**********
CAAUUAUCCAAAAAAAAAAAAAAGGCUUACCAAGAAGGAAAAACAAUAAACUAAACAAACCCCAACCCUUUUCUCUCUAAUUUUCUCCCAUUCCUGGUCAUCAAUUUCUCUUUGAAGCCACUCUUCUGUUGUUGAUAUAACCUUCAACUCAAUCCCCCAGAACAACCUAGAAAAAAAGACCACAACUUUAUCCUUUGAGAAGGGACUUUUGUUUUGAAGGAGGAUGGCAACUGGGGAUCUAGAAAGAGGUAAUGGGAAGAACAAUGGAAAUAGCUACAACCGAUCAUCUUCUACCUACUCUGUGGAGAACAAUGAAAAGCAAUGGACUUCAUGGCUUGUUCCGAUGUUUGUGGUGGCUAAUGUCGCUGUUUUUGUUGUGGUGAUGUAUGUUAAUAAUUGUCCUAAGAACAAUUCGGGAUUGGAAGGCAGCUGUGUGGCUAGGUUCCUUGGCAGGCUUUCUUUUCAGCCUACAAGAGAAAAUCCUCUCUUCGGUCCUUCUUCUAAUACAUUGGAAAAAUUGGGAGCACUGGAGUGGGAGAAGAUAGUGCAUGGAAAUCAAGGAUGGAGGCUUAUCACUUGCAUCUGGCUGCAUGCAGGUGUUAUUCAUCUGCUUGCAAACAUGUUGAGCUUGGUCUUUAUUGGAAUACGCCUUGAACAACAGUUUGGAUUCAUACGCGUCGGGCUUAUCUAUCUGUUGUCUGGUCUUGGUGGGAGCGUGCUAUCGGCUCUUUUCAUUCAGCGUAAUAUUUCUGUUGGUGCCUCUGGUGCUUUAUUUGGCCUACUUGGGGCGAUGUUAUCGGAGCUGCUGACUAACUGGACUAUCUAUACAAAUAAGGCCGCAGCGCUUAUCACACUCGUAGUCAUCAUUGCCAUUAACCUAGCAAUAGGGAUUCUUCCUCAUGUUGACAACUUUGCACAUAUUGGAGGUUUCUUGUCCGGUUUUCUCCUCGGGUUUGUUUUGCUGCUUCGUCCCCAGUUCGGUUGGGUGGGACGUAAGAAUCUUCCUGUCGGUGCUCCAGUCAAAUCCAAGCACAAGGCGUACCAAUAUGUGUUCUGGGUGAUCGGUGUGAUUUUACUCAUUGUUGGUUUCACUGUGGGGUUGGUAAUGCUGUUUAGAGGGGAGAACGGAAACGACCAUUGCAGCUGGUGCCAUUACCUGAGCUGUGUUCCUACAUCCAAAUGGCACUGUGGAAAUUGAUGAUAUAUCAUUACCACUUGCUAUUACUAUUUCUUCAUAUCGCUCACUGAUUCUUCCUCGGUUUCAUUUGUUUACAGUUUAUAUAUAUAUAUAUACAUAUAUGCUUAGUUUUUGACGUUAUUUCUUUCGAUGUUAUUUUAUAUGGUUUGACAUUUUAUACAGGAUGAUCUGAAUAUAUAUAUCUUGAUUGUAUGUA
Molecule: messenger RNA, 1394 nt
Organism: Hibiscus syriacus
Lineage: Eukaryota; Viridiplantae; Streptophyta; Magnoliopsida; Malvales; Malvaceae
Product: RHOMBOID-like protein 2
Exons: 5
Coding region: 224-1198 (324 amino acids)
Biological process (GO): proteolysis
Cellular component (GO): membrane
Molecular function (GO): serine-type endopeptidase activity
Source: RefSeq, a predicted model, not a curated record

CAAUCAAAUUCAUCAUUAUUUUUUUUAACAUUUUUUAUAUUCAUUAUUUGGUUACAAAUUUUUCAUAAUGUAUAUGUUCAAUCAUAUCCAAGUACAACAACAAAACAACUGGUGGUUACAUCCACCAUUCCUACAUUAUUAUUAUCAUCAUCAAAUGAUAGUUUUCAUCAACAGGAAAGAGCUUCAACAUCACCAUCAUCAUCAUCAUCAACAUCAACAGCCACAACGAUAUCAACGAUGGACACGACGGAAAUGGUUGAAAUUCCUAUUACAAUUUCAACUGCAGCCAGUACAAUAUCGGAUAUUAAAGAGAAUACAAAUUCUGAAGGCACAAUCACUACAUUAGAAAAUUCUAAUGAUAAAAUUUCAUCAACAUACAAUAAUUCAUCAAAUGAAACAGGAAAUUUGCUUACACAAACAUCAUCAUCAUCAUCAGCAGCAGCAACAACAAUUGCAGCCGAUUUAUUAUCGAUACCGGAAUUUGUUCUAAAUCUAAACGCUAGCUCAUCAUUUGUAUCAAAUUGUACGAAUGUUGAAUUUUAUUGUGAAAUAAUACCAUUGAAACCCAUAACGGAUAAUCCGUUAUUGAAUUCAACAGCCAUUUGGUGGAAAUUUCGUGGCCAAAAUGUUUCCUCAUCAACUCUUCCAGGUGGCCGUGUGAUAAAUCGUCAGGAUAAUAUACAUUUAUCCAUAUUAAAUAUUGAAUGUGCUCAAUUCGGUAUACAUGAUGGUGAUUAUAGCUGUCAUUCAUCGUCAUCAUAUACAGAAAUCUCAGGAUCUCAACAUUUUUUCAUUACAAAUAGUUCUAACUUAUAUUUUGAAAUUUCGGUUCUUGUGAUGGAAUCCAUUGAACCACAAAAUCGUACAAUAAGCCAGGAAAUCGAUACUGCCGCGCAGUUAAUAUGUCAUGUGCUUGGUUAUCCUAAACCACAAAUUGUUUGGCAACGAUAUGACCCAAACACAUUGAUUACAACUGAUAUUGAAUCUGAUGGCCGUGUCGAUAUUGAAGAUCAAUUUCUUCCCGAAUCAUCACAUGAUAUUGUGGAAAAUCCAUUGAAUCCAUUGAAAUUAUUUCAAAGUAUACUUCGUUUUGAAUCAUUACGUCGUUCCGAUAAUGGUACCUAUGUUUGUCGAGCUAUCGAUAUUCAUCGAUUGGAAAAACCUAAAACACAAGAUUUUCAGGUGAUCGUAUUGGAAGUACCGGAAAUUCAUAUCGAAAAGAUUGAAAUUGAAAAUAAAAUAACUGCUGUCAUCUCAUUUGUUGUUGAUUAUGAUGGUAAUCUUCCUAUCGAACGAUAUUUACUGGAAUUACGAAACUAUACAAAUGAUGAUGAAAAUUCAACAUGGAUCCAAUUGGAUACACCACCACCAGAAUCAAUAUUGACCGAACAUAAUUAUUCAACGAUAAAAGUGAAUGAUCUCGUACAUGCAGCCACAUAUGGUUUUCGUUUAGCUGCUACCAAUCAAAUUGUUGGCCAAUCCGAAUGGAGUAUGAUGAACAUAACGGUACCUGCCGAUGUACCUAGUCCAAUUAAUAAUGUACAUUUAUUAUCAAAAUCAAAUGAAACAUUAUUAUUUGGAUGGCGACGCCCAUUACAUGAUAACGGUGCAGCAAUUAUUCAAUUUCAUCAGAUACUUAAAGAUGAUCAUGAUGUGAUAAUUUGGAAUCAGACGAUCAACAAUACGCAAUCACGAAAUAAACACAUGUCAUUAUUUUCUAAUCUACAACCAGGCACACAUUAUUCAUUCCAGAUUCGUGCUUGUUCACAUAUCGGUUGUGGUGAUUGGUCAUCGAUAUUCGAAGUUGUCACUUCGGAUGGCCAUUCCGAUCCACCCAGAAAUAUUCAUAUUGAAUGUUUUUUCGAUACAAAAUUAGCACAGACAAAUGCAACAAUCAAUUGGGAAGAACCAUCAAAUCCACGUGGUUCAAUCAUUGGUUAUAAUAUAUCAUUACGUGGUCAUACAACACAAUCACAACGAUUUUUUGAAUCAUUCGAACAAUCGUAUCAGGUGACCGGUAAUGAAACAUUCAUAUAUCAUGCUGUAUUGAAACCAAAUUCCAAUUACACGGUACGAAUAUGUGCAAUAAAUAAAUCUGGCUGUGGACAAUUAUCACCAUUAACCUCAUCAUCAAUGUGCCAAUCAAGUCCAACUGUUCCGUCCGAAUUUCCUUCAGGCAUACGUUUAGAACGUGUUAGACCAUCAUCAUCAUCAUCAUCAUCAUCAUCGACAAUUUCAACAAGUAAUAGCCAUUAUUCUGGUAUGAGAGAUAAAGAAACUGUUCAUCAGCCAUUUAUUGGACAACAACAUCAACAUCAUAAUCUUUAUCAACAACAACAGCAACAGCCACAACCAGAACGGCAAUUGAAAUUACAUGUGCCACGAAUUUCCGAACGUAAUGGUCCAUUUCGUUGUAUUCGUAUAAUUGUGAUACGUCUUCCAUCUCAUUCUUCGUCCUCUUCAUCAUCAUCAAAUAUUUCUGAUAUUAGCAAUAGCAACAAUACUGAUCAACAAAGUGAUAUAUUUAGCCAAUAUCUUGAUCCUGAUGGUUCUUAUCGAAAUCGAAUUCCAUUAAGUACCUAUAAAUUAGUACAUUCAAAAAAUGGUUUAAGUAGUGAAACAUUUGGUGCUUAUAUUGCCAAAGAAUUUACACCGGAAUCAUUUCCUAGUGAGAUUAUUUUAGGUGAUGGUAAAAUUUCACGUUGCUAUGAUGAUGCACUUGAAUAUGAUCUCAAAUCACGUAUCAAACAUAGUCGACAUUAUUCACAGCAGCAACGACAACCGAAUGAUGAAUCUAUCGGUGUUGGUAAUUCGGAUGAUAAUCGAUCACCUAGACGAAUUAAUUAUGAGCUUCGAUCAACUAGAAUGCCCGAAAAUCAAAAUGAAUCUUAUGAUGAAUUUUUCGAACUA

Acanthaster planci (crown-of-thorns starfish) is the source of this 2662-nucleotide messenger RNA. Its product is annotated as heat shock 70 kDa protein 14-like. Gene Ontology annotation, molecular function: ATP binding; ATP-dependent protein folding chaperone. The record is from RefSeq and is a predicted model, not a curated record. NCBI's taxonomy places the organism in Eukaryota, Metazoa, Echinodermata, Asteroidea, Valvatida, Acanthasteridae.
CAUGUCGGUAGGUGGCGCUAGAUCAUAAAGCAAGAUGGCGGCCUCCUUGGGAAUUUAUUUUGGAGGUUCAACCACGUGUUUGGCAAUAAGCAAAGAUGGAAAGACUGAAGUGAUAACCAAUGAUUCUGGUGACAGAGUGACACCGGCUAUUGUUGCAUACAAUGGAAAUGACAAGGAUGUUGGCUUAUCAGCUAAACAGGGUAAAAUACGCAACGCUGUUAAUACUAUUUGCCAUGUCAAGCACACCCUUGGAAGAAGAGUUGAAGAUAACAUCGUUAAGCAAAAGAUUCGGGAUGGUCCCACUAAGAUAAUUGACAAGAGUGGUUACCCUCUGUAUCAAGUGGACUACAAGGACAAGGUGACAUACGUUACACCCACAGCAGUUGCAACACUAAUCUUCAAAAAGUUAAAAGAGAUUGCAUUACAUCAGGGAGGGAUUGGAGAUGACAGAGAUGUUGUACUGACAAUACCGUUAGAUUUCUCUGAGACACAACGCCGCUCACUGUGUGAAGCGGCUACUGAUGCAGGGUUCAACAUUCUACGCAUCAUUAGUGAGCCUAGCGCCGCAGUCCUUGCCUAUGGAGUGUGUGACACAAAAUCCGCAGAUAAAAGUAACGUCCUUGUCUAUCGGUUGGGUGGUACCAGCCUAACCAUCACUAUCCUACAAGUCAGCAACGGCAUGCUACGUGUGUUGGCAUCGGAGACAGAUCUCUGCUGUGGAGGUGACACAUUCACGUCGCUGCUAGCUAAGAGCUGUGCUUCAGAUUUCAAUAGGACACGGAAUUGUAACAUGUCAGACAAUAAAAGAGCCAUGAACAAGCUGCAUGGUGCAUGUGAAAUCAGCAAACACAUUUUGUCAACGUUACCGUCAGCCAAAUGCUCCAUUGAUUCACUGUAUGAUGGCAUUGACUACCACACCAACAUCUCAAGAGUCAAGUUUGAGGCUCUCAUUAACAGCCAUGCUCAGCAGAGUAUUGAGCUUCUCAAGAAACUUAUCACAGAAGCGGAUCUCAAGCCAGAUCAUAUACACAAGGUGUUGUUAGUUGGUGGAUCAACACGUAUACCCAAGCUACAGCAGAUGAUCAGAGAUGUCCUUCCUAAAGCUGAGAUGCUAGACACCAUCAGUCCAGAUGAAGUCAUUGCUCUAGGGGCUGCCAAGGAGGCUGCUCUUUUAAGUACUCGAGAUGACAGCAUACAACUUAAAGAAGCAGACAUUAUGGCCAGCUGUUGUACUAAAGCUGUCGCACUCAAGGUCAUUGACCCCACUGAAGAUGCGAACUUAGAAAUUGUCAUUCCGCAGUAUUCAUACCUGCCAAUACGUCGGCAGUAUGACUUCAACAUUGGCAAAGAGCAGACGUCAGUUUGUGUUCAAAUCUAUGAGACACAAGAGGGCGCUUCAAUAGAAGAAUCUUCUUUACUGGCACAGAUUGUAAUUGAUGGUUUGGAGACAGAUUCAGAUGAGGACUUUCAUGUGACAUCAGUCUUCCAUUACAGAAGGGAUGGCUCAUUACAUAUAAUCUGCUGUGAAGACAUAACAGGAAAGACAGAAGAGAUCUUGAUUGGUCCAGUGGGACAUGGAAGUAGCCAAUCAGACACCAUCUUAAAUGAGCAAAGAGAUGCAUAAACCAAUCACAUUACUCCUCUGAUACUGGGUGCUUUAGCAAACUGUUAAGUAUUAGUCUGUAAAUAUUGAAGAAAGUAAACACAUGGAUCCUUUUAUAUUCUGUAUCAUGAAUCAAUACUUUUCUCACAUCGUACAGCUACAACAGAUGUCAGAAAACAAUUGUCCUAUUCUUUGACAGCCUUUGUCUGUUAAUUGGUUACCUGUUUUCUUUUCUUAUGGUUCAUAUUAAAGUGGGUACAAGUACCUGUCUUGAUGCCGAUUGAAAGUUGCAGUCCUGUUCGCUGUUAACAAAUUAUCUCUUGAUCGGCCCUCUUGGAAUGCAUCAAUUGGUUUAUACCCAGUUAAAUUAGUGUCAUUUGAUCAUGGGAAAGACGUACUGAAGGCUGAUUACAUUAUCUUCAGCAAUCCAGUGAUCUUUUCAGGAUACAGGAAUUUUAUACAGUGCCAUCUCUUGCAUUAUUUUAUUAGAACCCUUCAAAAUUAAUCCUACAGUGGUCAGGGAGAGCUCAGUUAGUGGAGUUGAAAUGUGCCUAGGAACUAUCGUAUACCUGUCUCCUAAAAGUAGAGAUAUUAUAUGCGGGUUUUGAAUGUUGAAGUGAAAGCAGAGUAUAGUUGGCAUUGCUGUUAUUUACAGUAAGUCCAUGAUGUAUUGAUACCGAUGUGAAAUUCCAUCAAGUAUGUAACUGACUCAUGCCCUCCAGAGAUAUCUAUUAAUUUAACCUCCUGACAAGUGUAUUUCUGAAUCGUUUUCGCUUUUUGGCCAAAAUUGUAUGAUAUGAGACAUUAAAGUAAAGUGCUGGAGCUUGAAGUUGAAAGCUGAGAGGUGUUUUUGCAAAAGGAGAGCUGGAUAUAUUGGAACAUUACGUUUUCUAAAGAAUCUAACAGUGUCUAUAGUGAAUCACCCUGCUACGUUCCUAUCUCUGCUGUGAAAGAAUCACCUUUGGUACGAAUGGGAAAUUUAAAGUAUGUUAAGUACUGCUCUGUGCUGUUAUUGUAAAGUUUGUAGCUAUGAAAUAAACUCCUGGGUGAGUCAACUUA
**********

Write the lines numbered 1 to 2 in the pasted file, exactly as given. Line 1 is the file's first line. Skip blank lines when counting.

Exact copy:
CAAUUAUCCAAAAAAAAAAAAAAGGCUUACCAAGAAGGAAAAACAAUAAACUAAACAAACCCCAACCCUUUUCUCUCUAAUUUUCUCCCAUUCCUGGUCAUCAAUUUCUCUUUGAAGCCACUCUUCUGUUGUUGAUAUAACCUUCAACUCAAUCCCCCAGAACAACCUAGAAAAAAAGACCACAACUUUAUCCUUUGAGAAGGGACUUUUGUUUUGAAGGAGGAUGGCAACUGGGGAUCUAGAAAGAGGUAAUGGGAAGAACAAUGGAAAUAGCUACAACCGAUCAUCUUCUACCUACUCUGUGGAGAACAAUGAAAAGCAAUGGACUUCAUGGCUUGUUCCGAUGUUUGUGGUGGCUAAUGUCGCUGUUUUUGUUGUGGUGAUGUAUGUUAAUAAUUGUCCUAAGAACAAUUCGGGAUUGGAAGGCAGCUGUGUGGCUAGGUUCCUUGGCAGGCUUUCUUUUCAGCCUACAAGAGAAAAUCCUCUCUUCGGUCCUUCUUCUAAUACAUUGGAAAAAUUGGGAGCACUGGAGUGGGAGAAGAUAGUGCAUGGAAAUCAAGGAUGGAGGCUUAUCACUUGCAUCUGGCUGCAUGCAGGUGUUAUUCAUCUGCUUGCAAACAUGUUGAGCUUGGUCUUUAUUGGAAUACGCCUUGAACAACAGUUUGGAUUCAUACGCGUCGGGCUUAUCUAUCUGUUGUCUGGUCUUGGUGGGAGCGUGCUAUCGGCUCUUUUCAUUCAGCGUAAUAUUUCUGUUGGUGCCUCUGGUGCUUUAUUUGGCCUACUUGGGGCGAUGUUAUCGGAGCUGCUGACUAACUGGACUAUCUAUACAAAUAAGGCCGCAGCGCUUAUCACACUCGUAGUCAUCAUUGCCAUUAACCUAGCAAUAGGGAUUCUUCCUCAUGUUGACAACUUUGCACAUAUUGGAGGUUUCUUGUCCGGUUUUCUCCUCGGGUUUGUUUUGCUGCUUCGUCCCCAGUUCGGUUGGGUGGGACGUAAGAAUCUUCCUGUCGGUGCUCCAGUCAAAUCCAAGCACAAGGCGUACCAAUAUGUGUUCUGGGUGAUCGGUGUGAUUUUACUCAUUGUUGGUUUCACUGUGGGGUUGGUAAUGCUGUUUAGAGGGGAGAACGGAAACGACCAUUGCAGCUGGUGCCAUUACCUGAGCUGUGUUCCUACAUCCAAAUGGCACUGUGGAAAUUGAUGAUAUAUCAUUACCACUUGCUAUUACUAUUUCUUCAUAUCGCUCACUGAUUCUUCCUCGGUUUCAUUUGUUUACAGUUUAUAUAUAUAUAUAUACAUAUAUGCUUAGUUUUUGACGUUAUUUCUUUCGAUGUUAUUUUAUAUGGUUUGACAUUUUAUACAGGAUGAUCUGAAUAUAUAUAUCUUGAUUGUAUGUA
Molecule: messenger RNA, 1394 nt